Reinventing email and phone client communication
Email – a great means of keeping in touch with your colleagues, and for routine communication with your customers. Email for keeping in touch with people whom you would like to have as customers – or customers who aren’t happy -- not so good.
If you’re building trust and a relationship, email is of marginal value. (I don’t feel I have a relationship with a Nigerian prince who just needs my help to get money out of his country. Do you?) And if you’re trying to right a perceived wrong, email is less effective than a personal connection.
The problem: email is getting used for ALL KINDS of communication now, including communication with prospects, and in delicate client-care situations. If you’re addicted to email as the answer to every communication need, stop a moment and ask yourself if your addiction is hurting your relationships.
Sometimes I get the sense that people would prefer not to deal with humans – so they put out one-way email messages to make their points and then return to the sanctuary of their computer screens, rather than getting involved in the messy business of dealing with other people.
To quote a polarizing American media figure, “So, how’s that workin’ for ya?”
What we know is that some people refuse to communicate through any means other than email. For those people, your email communication is appropriate.
For everyone else, though, take a moment to think before you click “New” and start typing. Is this a prospect who hasn’t yet decided whether to trust you? If so, can you meet briefly in person, or, at the very least, pick up the phone?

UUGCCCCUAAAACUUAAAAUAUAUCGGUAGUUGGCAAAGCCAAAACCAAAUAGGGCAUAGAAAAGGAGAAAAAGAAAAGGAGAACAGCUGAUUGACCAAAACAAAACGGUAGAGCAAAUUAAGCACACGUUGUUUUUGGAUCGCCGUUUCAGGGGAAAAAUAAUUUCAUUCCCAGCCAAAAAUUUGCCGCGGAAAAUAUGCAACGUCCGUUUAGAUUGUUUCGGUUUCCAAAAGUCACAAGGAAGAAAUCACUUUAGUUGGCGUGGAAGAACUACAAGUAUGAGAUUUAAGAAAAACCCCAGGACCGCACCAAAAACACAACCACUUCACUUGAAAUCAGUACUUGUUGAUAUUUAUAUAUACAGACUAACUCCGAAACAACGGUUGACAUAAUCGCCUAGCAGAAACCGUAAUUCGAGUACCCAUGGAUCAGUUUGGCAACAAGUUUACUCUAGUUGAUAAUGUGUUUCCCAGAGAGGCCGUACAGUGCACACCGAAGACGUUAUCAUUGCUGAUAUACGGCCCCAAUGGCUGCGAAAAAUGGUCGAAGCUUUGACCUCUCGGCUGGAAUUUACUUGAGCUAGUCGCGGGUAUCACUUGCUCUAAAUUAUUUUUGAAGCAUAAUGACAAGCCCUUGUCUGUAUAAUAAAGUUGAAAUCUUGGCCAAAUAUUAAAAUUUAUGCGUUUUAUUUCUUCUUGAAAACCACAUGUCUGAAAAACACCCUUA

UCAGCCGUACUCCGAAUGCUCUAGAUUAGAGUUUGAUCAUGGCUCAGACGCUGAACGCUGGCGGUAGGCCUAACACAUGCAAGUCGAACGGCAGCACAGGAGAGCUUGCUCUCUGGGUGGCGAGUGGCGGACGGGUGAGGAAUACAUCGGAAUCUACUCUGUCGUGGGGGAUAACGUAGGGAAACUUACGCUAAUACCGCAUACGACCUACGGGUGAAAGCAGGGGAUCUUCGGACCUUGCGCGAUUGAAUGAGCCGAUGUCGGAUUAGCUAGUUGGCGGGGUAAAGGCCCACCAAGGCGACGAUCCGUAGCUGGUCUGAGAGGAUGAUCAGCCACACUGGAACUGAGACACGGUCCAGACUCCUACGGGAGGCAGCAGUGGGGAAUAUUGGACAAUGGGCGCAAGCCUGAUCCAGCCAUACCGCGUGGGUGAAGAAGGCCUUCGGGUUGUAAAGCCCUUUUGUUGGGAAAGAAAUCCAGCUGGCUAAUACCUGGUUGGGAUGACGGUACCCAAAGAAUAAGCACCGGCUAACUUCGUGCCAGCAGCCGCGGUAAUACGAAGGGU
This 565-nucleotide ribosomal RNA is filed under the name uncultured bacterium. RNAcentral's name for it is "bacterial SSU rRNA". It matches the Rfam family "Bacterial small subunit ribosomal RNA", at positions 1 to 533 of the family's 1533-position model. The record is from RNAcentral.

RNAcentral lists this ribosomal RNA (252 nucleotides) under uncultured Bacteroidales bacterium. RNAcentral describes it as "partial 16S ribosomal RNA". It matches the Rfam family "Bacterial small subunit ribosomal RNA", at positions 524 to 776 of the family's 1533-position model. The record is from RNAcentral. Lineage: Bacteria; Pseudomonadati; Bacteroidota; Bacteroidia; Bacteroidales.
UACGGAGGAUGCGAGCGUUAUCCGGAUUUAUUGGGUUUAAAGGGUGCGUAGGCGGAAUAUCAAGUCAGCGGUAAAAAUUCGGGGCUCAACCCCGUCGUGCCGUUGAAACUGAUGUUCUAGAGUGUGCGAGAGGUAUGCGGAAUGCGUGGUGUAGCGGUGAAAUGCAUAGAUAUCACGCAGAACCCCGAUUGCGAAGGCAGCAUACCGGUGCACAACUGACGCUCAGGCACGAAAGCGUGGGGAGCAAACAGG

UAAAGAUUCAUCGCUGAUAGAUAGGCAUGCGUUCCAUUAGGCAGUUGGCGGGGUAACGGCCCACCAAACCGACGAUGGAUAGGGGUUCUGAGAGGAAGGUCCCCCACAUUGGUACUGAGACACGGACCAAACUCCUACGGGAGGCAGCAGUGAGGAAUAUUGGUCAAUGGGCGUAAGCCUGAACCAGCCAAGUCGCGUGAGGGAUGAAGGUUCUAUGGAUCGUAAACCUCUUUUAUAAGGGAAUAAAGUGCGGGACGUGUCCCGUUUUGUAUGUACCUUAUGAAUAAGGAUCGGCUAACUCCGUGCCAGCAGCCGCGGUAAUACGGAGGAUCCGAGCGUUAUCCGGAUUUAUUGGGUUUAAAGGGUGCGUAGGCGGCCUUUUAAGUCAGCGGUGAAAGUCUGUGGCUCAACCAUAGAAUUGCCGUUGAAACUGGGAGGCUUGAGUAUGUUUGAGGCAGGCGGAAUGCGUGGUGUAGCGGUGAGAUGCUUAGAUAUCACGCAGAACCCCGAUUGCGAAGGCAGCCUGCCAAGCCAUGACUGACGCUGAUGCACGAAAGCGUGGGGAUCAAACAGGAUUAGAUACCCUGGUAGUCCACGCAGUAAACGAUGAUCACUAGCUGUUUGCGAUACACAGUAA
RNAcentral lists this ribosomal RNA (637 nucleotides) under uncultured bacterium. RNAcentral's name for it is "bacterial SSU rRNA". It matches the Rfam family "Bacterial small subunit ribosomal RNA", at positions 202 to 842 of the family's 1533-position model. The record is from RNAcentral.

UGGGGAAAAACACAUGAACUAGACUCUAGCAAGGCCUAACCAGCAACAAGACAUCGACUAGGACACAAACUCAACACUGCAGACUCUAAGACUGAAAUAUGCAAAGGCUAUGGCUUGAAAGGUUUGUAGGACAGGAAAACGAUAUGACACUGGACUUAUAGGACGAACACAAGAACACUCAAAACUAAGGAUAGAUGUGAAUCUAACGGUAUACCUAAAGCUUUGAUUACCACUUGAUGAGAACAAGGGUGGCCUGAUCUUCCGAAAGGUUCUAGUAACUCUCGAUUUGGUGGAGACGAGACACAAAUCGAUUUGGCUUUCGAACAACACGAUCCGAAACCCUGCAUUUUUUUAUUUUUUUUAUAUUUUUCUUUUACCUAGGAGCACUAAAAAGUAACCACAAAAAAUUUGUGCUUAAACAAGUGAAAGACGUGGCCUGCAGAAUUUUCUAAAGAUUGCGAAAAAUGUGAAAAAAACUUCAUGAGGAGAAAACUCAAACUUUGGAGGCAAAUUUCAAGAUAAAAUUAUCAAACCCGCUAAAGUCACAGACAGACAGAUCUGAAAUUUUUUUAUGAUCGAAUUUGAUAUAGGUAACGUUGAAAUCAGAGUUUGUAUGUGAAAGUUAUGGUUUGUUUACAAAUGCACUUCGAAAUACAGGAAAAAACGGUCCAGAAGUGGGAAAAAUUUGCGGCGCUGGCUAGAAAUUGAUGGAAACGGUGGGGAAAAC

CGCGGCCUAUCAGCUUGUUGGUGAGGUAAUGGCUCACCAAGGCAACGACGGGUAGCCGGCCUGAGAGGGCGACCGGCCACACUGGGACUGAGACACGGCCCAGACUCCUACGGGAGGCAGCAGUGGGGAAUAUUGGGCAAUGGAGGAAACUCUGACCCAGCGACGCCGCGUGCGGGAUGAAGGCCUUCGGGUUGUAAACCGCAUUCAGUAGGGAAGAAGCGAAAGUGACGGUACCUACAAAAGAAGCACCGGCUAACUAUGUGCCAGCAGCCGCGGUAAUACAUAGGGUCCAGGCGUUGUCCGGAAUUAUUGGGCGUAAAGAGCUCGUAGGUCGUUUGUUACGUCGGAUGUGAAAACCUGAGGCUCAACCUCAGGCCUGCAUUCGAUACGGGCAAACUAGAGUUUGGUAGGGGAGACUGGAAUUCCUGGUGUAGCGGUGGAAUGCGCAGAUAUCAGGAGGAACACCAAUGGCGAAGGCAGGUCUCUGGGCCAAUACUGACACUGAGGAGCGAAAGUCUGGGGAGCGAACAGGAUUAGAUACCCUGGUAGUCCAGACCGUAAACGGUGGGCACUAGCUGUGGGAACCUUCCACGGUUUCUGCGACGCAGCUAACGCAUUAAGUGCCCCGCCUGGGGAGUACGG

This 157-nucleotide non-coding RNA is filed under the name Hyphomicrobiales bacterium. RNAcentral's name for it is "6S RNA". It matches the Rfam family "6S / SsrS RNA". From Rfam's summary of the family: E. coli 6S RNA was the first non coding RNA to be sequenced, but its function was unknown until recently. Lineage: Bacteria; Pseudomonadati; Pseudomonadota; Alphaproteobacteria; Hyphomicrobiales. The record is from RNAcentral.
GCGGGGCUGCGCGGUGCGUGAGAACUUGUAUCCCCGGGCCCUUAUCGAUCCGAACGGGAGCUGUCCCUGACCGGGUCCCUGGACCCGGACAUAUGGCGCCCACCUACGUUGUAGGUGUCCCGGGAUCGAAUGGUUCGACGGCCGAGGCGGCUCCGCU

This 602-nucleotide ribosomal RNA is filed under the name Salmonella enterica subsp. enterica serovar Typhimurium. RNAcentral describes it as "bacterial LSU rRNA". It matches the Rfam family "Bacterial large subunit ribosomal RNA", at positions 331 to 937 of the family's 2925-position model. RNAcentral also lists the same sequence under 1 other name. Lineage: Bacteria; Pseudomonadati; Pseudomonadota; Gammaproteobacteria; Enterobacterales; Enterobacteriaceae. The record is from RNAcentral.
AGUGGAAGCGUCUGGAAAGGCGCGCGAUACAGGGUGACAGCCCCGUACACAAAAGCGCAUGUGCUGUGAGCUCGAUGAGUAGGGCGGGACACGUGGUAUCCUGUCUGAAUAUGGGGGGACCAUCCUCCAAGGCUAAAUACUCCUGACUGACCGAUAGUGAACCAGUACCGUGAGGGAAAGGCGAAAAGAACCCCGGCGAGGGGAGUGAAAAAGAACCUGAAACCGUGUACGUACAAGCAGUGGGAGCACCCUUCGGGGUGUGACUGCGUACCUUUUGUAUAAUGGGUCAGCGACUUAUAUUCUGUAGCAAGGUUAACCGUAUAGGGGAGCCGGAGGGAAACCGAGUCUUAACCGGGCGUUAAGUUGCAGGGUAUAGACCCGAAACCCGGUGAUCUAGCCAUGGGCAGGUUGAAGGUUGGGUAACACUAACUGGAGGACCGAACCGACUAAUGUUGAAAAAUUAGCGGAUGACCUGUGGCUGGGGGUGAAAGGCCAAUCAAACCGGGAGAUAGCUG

If you leave a caring voicemail, and offer something compelling in that voicemail to encourage the person to return your call, the voicemail itself is closer to a personal touch than the email.
Keep in mind the very high proportion of customers who list themselves as “Satisfied”, but then change suppliers. Give your customers the personal touch, too, whenever you can, but especially when they are less than delighted.
We know that time spent face-to-face and phone-to-phone (F2F and P2P) with prospects is strongly positively correlated with success in selling. I suspect the same is true in caring for clients.
I’ve seen no data about a correlation between E2E communication and selling success. And I, for one, don’t feel particularly cared for when a supplier of services emails me a response to a complaint!
The next time you need to communicate with prospects or customers, move away from the mouse and pick up the phone. You’ll be amazed at the difference it makes.
Lenann McGookey Gardner, CSP, is a Harvard MBA and a seasoned industry executive. She works with professionals in accounting, consulting, research, consumer products, telecommunications, banking and technology industries. An international speaker, she is the author of Got Sales: The Complete Guide to Today’s Proven Methods for Selling Services, which was nominated for the Axiom Business Book Award as the best sales book of the year. Profiled in Who’s Who in America every year since 2004, she serves as an executive coach to professionals around the world. Visit her websites: http://YouCanSell.com and http://YouCanLeadCoaching.com.
How AWS helps NASCAR delight its fans